• \$\begingroup\$ Thank you very much! The hard part is choosing the accepted answer… Your idea of measuring voltages never occurred to me (sorry, I'm still learning) but immediately made me conclude while measuring that these components were faulty. I also noticed R8 is heating up a little and is probably in bad shape too, since it's not conducting at all. In an attempt to restore this 50+ y.o. device I'll try my best to find these components to replace. I can't thank you enough, just learned a lot! \$\endgroup\$
    – sidyll
    Feb 26, 2021 at 17:26
  • \$\begingroup\$ I know how to explain it better, why it worked and how to fix it ,so don't be too quick \$\endgroup\$ Feb 26, 2021 at 17:48
  • \$\begingroup\$ Sir, I can't thank you enough for your in-depth analysis and explanation. Some details which I'd like to add are: (1) after the astonishing discovery by @Spehro Pefhany below regarding this circuit being part of a manual by RCA, I noticed the original uses 9V instead of 12V. This probably played a role in the cumulative damage to such components. Unfortunately the memory of why my uncle chose to use that is lost in the memory, just like how would this circuit arrived in my country so early (specially during a period of dictatorship). I think this will remain a mystery. \$\endgroup\$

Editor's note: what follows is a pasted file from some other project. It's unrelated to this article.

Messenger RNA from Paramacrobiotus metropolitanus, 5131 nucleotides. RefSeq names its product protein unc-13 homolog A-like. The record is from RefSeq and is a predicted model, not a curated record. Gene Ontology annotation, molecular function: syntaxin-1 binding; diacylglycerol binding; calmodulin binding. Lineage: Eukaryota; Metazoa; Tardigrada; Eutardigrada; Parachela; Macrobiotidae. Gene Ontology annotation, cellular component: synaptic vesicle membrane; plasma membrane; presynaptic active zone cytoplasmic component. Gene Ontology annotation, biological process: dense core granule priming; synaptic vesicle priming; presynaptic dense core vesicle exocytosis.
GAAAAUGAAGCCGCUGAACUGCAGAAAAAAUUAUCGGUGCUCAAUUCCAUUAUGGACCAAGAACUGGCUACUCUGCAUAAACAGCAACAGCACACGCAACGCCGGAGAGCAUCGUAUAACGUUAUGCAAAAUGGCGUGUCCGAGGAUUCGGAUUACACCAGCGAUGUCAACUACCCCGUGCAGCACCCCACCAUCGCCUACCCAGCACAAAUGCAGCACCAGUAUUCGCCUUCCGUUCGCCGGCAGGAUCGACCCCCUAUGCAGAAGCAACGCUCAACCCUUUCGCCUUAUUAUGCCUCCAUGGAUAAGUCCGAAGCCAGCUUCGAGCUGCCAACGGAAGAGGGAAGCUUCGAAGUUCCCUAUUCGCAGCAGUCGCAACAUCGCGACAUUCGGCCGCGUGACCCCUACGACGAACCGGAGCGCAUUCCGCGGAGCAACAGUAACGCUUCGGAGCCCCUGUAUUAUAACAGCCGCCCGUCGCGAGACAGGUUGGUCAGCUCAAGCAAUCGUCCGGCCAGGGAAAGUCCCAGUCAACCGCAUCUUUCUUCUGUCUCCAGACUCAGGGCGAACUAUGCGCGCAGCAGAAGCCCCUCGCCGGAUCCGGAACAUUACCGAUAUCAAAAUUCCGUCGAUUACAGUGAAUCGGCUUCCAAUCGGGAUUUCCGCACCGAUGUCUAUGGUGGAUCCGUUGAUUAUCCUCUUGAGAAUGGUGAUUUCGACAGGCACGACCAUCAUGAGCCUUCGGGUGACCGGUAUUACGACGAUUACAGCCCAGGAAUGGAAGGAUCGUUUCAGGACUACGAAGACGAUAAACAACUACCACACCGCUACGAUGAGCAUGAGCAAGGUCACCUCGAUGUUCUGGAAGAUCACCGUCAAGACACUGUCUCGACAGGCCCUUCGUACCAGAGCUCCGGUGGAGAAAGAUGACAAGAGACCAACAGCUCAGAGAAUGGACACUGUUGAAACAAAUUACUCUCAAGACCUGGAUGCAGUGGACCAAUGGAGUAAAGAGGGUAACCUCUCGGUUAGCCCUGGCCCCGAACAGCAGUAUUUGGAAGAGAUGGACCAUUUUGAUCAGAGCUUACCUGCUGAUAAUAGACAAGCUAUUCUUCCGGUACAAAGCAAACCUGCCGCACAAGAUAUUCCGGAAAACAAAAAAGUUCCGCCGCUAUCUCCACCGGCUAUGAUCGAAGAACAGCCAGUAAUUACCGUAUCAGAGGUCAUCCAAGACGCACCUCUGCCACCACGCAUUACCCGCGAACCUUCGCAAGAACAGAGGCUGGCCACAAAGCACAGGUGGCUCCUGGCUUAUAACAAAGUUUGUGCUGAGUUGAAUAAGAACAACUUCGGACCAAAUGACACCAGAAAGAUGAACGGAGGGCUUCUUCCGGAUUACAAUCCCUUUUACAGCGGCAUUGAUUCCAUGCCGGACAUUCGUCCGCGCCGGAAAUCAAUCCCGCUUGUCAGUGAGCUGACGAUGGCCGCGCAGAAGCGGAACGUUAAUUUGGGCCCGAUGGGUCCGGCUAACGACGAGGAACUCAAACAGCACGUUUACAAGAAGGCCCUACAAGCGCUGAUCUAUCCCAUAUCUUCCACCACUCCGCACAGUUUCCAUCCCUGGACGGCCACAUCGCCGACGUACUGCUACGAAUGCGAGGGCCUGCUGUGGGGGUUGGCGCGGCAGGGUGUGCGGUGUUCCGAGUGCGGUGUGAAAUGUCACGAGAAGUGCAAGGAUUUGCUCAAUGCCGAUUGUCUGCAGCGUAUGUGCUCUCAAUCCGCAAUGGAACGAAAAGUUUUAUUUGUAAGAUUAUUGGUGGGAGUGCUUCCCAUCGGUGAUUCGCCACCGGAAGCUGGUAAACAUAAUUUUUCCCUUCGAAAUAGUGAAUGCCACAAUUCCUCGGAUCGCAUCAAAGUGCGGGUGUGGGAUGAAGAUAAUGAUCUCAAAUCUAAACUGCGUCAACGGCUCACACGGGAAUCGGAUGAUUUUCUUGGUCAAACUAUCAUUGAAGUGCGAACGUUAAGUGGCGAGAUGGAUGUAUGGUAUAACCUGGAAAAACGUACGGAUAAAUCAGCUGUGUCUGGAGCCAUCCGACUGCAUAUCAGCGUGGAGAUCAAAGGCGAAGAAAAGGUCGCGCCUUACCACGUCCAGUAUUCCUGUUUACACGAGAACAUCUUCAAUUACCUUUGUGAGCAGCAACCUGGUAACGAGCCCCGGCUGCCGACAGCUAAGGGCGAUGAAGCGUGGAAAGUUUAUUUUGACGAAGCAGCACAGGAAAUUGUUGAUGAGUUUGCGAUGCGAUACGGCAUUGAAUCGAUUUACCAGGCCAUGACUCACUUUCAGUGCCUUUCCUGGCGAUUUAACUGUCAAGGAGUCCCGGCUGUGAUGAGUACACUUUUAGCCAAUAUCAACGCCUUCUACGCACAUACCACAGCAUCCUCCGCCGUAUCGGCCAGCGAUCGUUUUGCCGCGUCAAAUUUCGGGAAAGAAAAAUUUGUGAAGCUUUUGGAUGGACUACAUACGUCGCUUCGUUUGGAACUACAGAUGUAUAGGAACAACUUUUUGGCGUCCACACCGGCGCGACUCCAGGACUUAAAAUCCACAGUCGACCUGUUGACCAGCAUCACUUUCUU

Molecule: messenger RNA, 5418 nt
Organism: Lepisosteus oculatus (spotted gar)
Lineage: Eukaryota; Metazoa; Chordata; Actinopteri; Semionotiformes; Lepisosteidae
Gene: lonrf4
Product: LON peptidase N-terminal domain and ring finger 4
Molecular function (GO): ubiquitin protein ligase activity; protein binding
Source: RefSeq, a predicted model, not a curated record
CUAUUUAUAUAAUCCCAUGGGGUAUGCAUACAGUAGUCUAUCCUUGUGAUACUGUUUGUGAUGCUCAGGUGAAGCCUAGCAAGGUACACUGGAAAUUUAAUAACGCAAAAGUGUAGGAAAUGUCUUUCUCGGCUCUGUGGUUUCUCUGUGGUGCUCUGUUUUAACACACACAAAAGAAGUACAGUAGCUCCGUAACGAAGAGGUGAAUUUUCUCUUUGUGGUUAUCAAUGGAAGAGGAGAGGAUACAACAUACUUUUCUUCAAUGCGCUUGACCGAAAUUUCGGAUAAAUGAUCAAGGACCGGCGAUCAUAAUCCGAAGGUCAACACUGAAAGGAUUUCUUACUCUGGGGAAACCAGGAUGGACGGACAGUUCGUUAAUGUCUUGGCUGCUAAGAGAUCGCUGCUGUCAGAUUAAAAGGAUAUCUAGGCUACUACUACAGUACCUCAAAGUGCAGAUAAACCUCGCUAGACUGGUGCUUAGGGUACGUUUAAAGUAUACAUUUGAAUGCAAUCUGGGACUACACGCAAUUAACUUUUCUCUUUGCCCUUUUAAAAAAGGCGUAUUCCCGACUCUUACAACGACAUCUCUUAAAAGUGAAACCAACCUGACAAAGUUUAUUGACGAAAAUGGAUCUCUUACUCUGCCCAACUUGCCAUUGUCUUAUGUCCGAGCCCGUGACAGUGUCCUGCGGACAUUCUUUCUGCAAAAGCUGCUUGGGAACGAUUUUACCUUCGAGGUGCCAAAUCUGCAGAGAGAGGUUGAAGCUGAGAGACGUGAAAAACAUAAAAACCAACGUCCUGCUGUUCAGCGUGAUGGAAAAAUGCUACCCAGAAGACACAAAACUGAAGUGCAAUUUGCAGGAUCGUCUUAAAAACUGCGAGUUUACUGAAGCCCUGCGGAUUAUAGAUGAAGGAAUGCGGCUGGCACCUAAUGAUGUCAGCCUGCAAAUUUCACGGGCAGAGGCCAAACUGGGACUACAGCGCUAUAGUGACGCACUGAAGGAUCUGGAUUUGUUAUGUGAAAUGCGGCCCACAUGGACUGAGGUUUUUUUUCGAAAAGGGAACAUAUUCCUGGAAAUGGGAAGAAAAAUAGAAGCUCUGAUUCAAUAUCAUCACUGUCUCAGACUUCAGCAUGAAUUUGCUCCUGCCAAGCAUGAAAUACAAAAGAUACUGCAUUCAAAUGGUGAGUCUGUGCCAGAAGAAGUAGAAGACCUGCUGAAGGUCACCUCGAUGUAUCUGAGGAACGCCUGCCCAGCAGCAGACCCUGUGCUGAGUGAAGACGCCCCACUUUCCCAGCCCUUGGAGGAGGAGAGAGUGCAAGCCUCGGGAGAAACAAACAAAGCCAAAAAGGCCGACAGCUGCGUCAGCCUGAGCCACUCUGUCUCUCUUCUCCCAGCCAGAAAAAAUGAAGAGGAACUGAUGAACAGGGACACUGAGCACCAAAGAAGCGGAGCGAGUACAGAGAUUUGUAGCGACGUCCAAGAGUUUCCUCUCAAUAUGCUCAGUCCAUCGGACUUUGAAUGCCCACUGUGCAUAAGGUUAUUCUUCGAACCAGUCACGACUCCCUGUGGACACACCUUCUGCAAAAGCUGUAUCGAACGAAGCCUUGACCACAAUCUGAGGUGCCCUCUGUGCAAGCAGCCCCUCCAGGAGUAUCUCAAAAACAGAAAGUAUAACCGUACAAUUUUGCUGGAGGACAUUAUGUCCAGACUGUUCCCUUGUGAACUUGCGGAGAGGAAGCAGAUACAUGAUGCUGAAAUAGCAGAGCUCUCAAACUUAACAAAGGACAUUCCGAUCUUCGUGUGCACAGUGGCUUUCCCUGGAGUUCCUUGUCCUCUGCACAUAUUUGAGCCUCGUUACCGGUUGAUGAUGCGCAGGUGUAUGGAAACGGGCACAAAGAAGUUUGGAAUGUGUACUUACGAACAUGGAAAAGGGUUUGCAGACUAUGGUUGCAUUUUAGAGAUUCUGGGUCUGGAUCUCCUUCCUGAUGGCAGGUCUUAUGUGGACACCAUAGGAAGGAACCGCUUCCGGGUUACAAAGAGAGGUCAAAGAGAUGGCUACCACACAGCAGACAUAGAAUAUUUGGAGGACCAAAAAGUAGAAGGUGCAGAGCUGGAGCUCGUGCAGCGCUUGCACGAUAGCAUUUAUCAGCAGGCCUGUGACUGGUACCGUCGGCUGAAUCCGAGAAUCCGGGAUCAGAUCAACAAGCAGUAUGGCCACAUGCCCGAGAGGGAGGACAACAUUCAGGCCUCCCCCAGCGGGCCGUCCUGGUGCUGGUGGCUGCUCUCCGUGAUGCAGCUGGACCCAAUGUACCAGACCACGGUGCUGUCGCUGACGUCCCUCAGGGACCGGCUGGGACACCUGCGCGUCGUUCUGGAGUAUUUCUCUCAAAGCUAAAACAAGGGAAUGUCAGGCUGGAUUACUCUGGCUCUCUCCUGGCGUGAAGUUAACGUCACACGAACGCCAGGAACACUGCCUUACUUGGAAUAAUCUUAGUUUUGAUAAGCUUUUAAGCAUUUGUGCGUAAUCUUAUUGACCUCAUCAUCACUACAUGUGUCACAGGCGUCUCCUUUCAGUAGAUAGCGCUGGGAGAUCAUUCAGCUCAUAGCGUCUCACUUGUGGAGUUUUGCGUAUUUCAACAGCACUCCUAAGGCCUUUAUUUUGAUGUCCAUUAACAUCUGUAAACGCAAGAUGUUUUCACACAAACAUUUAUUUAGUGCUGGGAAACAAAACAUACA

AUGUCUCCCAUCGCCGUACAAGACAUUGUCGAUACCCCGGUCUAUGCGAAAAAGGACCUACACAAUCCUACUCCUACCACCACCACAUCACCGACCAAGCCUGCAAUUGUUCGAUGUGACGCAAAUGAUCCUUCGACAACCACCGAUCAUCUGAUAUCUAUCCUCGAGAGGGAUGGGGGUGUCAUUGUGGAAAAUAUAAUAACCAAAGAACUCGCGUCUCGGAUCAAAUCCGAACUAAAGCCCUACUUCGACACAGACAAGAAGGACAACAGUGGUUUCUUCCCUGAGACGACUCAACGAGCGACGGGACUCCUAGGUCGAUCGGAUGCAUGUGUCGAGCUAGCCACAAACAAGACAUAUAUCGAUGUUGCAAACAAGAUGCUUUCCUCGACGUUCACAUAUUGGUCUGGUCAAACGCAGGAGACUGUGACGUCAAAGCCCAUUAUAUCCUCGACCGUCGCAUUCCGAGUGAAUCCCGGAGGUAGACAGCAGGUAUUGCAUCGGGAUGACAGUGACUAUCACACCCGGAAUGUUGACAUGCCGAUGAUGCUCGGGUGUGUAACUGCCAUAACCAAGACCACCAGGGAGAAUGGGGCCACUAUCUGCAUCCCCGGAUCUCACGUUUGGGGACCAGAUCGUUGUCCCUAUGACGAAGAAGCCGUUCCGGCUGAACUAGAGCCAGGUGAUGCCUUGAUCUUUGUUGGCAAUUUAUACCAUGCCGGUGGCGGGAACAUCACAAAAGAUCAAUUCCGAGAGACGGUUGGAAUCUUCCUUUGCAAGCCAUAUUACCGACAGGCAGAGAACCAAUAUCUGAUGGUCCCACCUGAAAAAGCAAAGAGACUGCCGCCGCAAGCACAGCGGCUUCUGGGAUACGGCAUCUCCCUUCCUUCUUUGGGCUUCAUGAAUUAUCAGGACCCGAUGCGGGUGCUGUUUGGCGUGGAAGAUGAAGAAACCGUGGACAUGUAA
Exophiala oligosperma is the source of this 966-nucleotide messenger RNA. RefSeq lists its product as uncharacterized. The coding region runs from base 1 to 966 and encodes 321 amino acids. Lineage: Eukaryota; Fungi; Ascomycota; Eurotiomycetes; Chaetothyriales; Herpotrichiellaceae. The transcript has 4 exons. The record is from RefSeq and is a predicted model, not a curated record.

– sidyll
    Feb 27, 2021 at 3:27
  • \$\begingroup\$ (2) I managed to find some old stock of both transistors in a shop. Thanks to your guidence I will restore this device for historic reasons as well as building a new one adapted to modern transistors. \$\endgroup\$
    – sidyll
    Feb 27, 2021 at 3:28
  • 1
    \$\begingroup\$ archive.org/details/rcasolidstatepow00rcac/page/196/mode/… most of the analog type questions for EE's were done in the late '60's and answered in this book which can be rented for 1 hr free \$\endgroup\$ Feb 27, 2021 at 20:50

This circuit was copied out of the RCA Hobby Circuits Manual 1968. Complete entry shown below, including original description of operation.

enter image description here

enter image description here